A No-Lose Lottery

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The staff at the Freakonomics podcast does an amazing job of uncovering interesting business ideas.  Two weeks ago the episode was “A No-Lose Lottery“.

The idea is incredibly simple, but feels enough like a lottery that it is illegal in most countries.  It goes like this:

Create a savings account, where the savers are guaranteed to not lose their savings (if not earn a small interest rate), but where the bulk of the earnings from that capital is randomly given to one or more of the savers.

Or in other words, if implemented by a bank, rather than pay you $1 in interest for your $1,000 of savings (0.1% interest), pay 999 accounts $0 and 1 account $1,000.  Or of 1,000,000 accounts, pay 999,900 accounts $0, 100 accounts $1,000, and 1 account $1,000,000.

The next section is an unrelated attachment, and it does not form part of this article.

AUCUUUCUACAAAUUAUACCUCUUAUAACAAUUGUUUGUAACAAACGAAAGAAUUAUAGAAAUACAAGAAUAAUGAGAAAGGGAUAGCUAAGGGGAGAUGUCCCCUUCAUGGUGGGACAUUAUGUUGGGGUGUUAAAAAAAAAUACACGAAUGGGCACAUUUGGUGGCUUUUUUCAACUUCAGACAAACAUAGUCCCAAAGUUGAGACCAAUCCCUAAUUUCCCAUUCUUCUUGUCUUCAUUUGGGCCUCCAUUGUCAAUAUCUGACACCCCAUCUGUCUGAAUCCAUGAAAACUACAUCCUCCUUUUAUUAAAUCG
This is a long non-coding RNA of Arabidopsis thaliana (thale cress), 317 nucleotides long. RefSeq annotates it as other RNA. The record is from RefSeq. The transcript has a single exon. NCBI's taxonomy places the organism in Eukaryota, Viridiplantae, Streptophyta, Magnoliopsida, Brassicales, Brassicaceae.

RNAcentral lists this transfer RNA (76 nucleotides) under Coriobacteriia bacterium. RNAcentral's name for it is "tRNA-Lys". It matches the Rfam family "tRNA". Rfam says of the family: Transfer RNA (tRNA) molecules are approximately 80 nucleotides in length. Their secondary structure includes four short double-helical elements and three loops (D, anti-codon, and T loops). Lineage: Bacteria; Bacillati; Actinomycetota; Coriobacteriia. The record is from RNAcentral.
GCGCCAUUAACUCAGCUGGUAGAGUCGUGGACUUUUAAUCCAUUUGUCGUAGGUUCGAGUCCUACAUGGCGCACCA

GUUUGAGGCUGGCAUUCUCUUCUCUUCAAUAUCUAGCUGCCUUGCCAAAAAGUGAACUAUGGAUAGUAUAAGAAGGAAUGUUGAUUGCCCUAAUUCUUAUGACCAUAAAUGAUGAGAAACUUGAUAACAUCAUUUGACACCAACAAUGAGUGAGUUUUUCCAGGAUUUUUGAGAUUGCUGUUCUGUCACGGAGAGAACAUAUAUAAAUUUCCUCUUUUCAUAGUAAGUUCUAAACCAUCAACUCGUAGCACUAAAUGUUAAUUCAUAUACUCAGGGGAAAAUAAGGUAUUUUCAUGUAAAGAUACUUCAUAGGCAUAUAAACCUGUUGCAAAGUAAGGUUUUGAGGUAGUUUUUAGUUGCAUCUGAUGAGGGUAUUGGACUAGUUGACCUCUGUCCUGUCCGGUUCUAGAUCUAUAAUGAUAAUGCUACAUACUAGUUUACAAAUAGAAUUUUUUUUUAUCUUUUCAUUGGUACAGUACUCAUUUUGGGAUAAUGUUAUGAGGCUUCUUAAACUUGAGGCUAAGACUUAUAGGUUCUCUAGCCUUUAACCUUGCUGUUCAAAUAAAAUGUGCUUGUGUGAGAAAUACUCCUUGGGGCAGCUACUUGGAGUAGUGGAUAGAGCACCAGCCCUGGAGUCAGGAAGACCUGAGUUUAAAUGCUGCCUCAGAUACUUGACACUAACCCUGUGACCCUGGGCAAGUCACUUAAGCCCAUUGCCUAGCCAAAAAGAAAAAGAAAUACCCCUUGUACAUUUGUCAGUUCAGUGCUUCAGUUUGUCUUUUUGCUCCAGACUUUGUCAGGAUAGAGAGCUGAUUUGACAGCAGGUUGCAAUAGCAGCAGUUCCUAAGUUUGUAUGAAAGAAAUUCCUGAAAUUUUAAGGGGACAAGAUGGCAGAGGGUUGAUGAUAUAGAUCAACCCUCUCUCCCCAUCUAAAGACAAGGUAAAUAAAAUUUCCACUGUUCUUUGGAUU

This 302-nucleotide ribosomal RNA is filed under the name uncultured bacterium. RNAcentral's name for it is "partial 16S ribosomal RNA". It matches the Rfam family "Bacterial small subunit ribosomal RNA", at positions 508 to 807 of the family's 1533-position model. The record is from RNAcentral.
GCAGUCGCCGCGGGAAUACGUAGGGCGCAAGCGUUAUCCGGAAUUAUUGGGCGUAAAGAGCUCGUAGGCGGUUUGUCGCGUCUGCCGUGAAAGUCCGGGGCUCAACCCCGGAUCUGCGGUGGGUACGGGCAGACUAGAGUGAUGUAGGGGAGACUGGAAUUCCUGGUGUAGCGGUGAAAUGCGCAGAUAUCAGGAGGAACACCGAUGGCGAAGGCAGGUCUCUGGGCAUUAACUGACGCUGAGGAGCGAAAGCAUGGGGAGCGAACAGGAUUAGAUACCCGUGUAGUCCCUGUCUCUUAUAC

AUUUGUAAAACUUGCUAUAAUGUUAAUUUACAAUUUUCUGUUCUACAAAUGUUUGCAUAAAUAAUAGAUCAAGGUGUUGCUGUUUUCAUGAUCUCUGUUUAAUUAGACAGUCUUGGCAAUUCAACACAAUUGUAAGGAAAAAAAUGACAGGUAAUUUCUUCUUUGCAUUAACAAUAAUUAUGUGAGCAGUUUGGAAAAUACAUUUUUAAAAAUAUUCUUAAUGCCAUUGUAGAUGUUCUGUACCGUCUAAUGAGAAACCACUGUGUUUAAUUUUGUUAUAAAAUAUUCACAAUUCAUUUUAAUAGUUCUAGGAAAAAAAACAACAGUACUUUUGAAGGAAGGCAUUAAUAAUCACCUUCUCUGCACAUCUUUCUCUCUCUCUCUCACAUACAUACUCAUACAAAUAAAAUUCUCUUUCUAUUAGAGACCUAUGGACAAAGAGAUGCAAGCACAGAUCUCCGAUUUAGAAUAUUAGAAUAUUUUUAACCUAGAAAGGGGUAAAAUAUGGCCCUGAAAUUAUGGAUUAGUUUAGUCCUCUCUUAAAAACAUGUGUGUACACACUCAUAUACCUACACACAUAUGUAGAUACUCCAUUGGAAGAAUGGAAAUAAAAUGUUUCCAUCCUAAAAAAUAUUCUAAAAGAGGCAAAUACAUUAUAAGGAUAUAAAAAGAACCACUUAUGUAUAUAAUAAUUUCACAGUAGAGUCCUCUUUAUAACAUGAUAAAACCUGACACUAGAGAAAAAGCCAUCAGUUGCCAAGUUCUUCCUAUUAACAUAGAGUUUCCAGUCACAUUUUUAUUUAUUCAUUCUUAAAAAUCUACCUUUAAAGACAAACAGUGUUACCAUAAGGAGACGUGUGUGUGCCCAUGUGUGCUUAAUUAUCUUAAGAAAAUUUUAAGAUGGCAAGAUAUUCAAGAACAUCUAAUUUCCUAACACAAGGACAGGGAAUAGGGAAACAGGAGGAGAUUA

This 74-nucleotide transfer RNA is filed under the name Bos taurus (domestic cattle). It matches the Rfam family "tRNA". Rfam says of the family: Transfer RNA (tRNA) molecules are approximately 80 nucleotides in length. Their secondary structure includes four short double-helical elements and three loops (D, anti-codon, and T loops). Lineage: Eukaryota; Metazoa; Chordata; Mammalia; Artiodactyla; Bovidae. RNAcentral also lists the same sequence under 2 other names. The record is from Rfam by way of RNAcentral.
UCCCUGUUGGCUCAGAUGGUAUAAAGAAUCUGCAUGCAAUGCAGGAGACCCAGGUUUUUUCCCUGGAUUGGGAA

People like lotteries.  It adds a bit of excitement to the masses who are unlikely to ever earn $1,000,000.  This idea costs basically nothing to implement.  It takes basically nothing from anyone.  It’s an economically reasonable choice over a normal savings account, much more than today’s state-run lotteries.

The only downside is that lotteries earn a lot of money for governments, and as such most governments make private lotteries illegal.

Listing to the podcast, I can imagine some imaginative entrepreneurs and lawyers finding workarounds for those laws.  This is a win-win-win to create more savings, pull a few people out of poverty, and not hurt anyone in the process.

If you have ideas on how to implement this in the U.S., let me know in the comments below.  If you are implementing this outside the U.S., in a country that doesn’t yet run a lottery, let us know about that too.

[Image from Flickr]
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